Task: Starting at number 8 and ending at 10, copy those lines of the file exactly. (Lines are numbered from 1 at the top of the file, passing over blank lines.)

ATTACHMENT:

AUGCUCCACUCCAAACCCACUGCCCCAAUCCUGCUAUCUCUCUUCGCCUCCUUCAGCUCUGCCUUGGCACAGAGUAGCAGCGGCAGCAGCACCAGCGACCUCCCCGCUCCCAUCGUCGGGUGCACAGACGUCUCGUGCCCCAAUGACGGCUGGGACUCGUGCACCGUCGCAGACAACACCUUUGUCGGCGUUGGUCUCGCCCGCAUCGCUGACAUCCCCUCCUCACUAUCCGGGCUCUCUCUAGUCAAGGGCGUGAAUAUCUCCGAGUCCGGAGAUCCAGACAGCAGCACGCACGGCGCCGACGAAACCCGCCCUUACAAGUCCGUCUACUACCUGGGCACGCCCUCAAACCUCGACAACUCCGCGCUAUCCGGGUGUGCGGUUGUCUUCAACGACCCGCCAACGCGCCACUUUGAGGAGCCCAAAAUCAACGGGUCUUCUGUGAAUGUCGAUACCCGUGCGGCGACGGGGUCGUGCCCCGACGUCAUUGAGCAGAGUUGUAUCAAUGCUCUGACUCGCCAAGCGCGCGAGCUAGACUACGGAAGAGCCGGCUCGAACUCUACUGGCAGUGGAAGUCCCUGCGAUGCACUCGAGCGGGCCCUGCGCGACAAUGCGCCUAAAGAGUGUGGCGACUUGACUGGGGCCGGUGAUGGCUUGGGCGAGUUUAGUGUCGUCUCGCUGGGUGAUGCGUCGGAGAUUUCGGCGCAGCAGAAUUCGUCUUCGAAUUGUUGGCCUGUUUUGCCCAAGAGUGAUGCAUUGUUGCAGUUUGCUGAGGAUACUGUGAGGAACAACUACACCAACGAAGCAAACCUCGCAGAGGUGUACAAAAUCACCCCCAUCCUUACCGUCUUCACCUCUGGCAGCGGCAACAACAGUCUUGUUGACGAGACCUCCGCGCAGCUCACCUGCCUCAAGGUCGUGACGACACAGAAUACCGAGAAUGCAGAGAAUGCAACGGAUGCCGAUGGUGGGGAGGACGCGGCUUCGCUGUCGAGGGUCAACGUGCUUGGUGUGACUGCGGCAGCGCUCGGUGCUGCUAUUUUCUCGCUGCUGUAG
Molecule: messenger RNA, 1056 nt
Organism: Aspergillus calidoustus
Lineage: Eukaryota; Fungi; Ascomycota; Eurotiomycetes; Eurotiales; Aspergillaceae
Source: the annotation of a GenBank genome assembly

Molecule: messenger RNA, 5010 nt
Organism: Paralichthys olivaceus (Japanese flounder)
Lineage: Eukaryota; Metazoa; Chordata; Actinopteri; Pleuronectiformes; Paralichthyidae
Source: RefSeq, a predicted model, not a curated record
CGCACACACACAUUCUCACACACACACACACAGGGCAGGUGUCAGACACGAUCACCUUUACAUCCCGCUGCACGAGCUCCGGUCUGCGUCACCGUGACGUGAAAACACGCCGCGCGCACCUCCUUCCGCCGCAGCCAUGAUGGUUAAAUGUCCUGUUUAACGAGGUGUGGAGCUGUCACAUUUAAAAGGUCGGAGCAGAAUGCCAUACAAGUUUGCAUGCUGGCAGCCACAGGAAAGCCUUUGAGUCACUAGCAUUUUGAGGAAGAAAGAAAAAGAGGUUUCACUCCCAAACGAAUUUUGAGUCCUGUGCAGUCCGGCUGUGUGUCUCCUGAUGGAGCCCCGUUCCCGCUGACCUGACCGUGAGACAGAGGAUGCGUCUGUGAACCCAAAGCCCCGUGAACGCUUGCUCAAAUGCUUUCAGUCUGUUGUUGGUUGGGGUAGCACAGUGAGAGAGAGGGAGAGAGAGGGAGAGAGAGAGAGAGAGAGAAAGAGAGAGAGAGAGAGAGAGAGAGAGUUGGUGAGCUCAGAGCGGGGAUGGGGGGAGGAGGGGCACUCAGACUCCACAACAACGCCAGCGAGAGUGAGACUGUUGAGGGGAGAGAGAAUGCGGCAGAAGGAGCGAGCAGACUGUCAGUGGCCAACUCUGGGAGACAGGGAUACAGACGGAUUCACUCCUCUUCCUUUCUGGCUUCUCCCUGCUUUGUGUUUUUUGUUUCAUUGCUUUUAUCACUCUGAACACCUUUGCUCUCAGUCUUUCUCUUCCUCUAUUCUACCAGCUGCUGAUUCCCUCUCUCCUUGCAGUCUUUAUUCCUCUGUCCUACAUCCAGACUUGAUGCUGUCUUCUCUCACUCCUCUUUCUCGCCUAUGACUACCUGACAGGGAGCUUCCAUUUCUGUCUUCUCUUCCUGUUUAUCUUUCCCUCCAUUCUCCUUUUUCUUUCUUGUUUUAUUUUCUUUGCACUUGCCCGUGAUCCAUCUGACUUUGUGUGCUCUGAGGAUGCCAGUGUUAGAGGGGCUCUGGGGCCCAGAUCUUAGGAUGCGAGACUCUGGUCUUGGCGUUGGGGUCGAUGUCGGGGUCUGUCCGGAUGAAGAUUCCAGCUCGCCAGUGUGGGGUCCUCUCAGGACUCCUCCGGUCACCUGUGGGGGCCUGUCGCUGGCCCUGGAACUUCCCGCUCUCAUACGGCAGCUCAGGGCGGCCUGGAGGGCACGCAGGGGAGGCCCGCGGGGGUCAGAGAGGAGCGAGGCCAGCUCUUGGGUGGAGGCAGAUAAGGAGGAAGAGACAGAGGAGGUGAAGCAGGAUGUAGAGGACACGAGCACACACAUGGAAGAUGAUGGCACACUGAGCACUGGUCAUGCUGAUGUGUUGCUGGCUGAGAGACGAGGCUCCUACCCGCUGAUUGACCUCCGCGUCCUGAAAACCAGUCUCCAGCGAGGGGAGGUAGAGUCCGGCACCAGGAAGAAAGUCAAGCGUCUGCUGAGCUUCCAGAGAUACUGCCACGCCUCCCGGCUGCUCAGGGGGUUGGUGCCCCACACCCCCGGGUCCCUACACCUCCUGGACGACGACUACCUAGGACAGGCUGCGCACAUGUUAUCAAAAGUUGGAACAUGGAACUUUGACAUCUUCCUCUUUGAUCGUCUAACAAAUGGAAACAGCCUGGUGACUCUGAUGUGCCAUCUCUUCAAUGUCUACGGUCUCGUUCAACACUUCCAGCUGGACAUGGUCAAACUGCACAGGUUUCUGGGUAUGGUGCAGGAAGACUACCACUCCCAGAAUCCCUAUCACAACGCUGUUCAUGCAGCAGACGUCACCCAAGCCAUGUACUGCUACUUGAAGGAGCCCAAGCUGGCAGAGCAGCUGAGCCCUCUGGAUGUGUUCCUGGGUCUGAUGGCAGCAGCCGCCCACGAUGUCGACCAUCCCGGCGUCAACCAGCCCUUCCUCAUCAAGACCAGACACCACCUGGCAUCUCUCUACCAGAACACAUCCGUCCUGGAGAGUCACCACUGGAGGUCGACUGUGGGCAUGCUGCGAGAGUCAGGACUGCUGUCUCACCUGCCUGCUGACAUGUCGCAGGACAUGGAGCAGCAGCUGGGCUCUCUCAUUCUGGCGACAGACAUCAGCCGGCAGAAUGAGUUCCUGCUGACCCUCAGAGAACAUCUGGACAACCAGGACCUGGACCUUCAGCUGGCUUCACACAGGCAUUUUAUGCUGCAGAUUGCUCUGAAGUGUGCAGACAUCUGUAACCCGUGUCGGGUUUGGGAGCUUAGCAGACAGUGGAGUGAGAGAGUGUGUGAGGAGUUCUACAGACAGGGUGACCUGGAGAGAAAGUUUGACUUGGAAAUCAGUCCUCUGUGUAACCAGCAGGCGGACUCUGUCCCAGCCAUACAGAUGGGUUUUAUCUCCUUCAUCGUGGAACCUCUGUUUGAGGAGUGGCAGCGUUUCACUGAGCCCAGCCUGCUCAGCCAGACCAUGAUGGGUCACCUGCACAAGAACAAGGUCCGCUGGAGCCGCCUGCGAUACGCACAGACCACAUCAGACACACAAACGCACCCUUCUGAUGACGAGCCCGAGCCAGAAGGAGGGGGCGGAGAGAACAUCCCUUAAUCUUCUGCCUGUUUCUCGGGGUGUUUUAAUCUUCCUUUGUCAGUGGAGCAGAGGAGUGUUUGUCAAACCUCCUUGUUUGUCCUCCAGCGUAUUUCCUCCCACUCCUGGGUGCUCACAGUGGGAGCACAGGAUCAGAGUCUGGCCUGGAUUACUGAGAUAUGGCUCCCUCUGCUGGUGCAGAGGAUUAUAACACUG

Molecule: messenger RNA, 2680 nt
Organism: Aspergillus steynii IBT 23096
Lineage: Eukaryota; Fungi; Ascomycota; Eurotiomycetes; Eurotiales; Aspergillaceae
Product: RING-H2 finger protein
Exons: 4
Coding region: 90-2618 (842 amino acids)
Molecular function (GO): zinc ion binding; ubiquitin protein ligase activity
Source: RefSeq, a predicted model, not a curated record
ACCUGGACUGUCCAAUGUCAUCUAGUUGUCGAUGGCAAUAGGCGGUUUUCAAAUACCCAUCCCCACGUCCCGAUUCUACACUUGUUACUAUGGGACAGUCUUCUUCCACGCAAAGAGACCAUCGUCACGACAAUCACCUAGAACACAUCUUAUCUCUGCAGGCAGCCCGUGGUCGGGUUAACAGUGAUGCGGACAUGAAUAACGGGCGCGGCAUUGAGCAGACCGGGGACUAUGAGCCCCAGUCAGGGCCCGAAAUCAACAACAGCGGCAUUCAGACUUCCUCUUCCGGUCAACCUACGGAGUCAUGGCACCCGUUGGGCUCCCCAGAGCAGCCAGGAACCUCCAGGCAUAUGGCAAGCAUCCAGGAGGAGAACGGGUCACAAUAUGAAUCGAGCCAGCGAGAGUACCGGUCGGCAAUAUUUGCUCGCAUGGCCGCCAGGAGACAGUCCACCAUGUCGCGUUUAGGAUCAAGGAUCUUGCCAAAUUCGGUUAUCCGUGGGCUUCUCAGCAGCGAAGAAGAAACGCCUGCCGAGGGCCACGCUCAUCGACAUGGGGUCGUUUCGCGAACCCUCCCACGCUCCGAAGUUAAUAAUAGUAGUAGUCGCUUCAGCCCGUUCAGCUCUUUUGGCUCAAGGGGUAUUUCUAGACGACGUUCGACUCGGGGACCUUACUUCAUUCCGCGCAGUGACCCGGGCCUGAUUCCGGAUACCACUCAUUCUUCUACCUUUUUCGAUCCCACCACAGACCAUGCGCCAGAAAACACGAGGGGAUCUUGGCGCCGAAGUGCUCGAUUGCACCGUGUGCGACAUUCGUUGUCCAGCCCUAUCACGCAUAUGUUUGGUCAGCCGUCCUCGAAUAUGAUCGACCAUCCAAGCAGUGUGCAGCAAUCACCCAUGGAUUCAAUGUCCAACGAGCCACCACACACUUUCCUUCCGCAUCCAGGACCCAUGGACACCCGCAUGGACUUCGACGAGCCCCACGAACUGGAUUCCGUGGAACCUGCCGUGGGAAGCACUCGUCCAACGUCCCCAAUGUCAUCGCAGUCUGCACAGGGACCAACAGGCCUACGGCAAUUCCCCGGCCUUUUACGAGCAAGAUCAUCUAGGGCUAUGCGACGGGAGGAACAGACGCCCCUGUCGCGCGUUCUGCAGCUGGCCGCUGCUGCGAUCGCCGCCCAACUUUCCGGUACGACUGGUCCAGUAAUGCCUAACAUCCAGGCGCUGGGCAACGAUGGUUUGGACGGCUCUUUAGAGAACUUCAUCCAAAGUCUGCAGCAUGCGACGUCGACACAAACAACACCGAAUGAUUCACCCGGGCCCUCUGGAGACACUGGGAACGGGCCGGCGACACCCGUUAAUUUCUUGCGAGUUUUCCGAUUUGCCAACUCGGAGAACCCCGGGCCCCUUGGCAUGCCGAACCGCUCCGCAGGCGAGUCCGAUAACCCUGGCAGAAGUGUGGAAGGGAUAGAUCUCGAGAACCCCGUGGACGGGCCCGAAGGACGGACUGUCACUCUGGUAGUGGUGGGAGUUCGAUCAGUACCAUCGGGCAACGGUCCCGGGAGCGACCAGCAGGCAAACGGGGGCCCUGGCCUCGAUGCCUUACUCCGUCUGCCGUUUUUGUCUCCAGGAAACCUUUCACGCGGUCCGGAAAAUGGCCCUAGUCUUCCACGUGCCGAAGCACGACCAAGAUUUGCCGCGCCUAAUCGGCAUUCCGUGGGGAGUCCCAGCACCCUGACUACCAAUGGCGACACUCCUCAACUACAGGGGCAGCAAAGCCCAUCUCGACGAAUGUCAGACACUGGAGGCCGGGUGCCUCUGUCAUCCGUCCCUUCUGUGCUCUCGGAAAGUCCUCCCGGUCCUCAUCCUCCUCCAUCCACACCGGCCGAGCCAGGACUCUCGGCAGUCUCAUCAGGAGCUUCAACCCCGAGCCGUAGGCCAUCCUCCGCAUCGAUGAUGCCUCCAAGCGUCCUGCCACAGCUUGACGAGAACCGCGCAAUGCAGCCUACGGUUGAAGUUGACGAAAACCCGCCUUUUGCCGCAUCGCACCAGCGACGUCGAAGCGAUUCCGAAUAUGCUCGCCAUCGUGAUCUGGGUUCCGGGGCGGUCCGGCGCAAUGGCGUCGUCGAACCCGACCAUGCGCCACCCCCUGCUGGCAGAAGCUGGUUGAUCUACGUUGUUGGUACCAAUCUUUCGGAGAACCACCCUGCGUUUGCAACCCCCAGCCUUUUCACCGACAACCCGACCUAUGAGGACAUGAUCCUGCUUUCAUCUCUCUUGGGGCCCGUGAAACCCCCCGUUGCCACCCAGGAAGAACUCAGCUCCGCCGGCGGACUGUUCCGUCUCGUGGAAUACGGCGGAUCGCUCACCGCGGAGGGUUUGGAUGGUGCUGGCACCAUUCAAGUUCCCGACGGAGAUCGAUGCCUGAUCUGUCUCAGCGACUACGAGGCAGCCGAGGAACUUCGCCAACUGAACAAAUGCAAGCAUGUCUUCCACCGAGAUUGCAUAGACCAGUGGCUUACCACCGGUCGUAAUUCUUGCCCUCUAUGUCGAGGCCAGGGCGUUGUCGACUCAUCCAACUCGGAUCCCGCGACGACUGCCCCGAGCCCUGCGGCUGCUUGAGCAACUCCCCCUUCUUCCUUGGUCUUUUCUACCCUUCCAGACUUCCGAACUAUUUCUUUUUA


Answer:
Lineage: Eukaryota; Metazoa; Chordata; Actinopteri; Pleuronectiformes; Paralichthyidae
Source: RefSeq, a predicted model, not a curated record
CGCACACACACAUUCUCACACACACACACACAGGGCAGGUGUCAGACACGAUCACCUUUACAUCCCGCUGCACGAGCUCCGGUCUGCGUCACCGUGACGUGAAAACACGCCGCGCGCACCUCCUUCCGCCGCAGCCAUGAUGGUUAAAUGUCCUGUUUAACGAGGUGUGGAGCUGUCACAUUUAAAAGGUCGGAGCAGAAUGCCAUACAAGUUUGCAUGCUGGCAGCCACAGGAAAGCCUUUGAGUCACUAGCAUUUUGAGGAAGAAAGAAAAAGAGGUUUCACUCCCAAACGAAUUUUGAGUCCUGUGCAGUCCGGCUGUGUGUCUCCUGAUGGAGCCCCGUUCCCGCUGACCUGACCGUGAGACAGAGGAUGCGUCUGUGAACCCAAAGCCCCGUGAACGCUUGCUCAAAUGCUUUCAGUCUGUUGUUGGUUGGGGUAGCACAGUGAGAGAGAGGGAGAGAGAGGGAGAGAGAGAGAGAGAGAGAAAGAGAGAGAGAGAGAGAGAGAGAGAGUUGGUGAGCUCAGAGCGGGGAUGGGGGGAGGAGGGGCACUCAGACUCCACAACAACGCCAGCGAGAGUGAGACUGUUGAGGGGAGAGAGAAUGCGGCAGAAGGAGCGAGCAGACUGUCAGUGGCCAACUCUGGGAGACAGGGAUACAGACGGAUUCACUCCUCUUCCUUUCUGGCUUCUCCCUGCUUUGUGUUUUUUGUUUCAUUGCUUUUAUCACUCUGAACACCUUUGCUCUCAGUCUUUCUCUUCCUCUAUUCUACCAGCUGCUGAUUCCCUCUCUCCUUGCAGUCUUUAUUCCUCUGUCCUACAUCCAGACUUGAUGCUGUCUUCUCUCACUCCUCUUUCUCGCCUAUGACUACCUGACAGGGAGCUUCCAUUUCUGUCUUCUCUUCCUGUUUAUCUUUCCCUCCAUUCUCCUUUUUCUUUCUUGUUUUAUUUUCUUUGCACUUGCCCGUGAUCCAUCUGACUUUGUGUGCUCUGAGGAUGCCAGUGUUAGAGGGGCUCUGGGGCCCAGAUCUUAGGAUGCGAGACUCUGGUCUUGGCGUUGGGGUCGAUGUCGGGGUCUGUCCGGAUGAAGAUUCCAGCUCGCCAGUGUGGGGUCCUCUCAGGACUCCUCCGGUCACCUGUGGGGGCCUGUCGCUGGCCCUGGAACUUCCCGCUCUCAUACGGCAGCUCAGGGCGGCCUGGAGGGCACGCAGGGGAGGCCCGCGGGGGUCAGAGAGGAGCGAGGCCAGCUCUUGGGUGGAGGCAGAUAAGGAGGAAGAGACAGAGGAGGUGAAGCAGGAUGUAGAGGACACGAGCACACACAUGGAAGAUGAUGGCACACUGAGCACUGGUCAUGCUGAUGUGUUGCUGGCUGAGAGACGAGGCUCCUACCCGCUGAUUGACCUCCGCGUCCUGAAAACCAGUCUCCAGCGAGGGGAGGUAGAGUCCGGCACCAGGAAGAAAGUCAAGCGUCUGCUGAGCUUCCAGAGAUACUGCCACGCCUCCCGGCUGCUCAGGGGGUUGGUGCCCCACACCCCCGGGUCCCUACACCUCCUGGACGACGACUACCUAGGACAGGCUGCGCACAUGUUAUCAAAAGUUGGAACAUGGAACUUUGACAUCUUCCUCUUUGAUCGUCUAACAAAUGGAAACAGCCUGGUGACUCUGAUGUGCCAUCUCUUCAAUGUCUACGGUCUCGUUCAACACUUCCAGCUGGACAUGGUCAAACUGCACAGGUUUCUGGGUAUGGUGCAGGAAGACUACCACUCCCAGAAUCCCUAUCACAACGCUGUUCAUGCAGCAGACGUCACCCAAGCCAUGUACUGCUACUUGAAGGAGCCCAAGCUGGCAGAGCAGCUGAGCCCUCUGGAUGUGUUCCUGGGUCUGAUGGCAGCAGCCGCCCACGAUGUCGACCAUCCCGGCGUCAACCAGCCCUUCCUCAUCAAGACCAGACACCACCUGGCAUCUCUCUACCAGAACACAUCCGUCCUGGAGAGUCACCACUGGAGGUCGACUGUGGGCAUGCUGCGAGAGUCAGGACUGCUGUCUCACCUGCCUGCUGACAUGUCGCAGGACAUGGAGCAGCAGCUGGGCUCUCUCAUUCUGGCGACAGACAUCAGCCGGCAGAAUGAGUUCCUGCUGACCCUCAGAGAACAUCUGGACAACCAGGACCUGGACCUUCAGCUGGCUUCACACAGGCAUUUUAUGCUGCAGAUUGCUCUGAAGUGUGCAGACAUCUGUAACCCGUGUCGGGUUUGGGAGCUUAGCAGACAGUGGAGUGAGAGAGUGUGUGAGGAGUUCUACAGACAGGGUGACCUGGAGAGAAAGUUUGACUUGGAAAUCAGUCCUCUGUGUAACCAGCAGGCGGACUCUGUCCCAGCCAUACAGAUGGGUUUUAUCUCCUUCAUCGUGGAACCUCUGUUUGAGGAGUGGCAGCGUUUCACUGAGCCCAGCCUGCUCAGCCAGACCAUGAUGGGUCACCUGCACAAGAACAAGGUCCGCUGGAGCCGCCUGCGAUACGCACAGACCACAUCAGACACACAAACGCACCCUUCUGAUGACGAGCCCGAGCCAGAAGGAGGGGGCGGAGAGAACAUCCCUUAAUCUUCUGCCUGUUUCUCGGGGUGUUUUAAUCUUCCUUUGUCAGUGGAGCAGAGGAGUGUUUGUCAAACCUCCUUGUUUGUCCUCCAGCGUAUUUCCUCCCACUCCUGGGUGCUCACAGUGGGAGCACAGGAUCAGAGUCUGGCCUGGAUUACUGAGAUAUGGCUCCCUCUGCUGGUGCAGAGGAUUAUAACACUG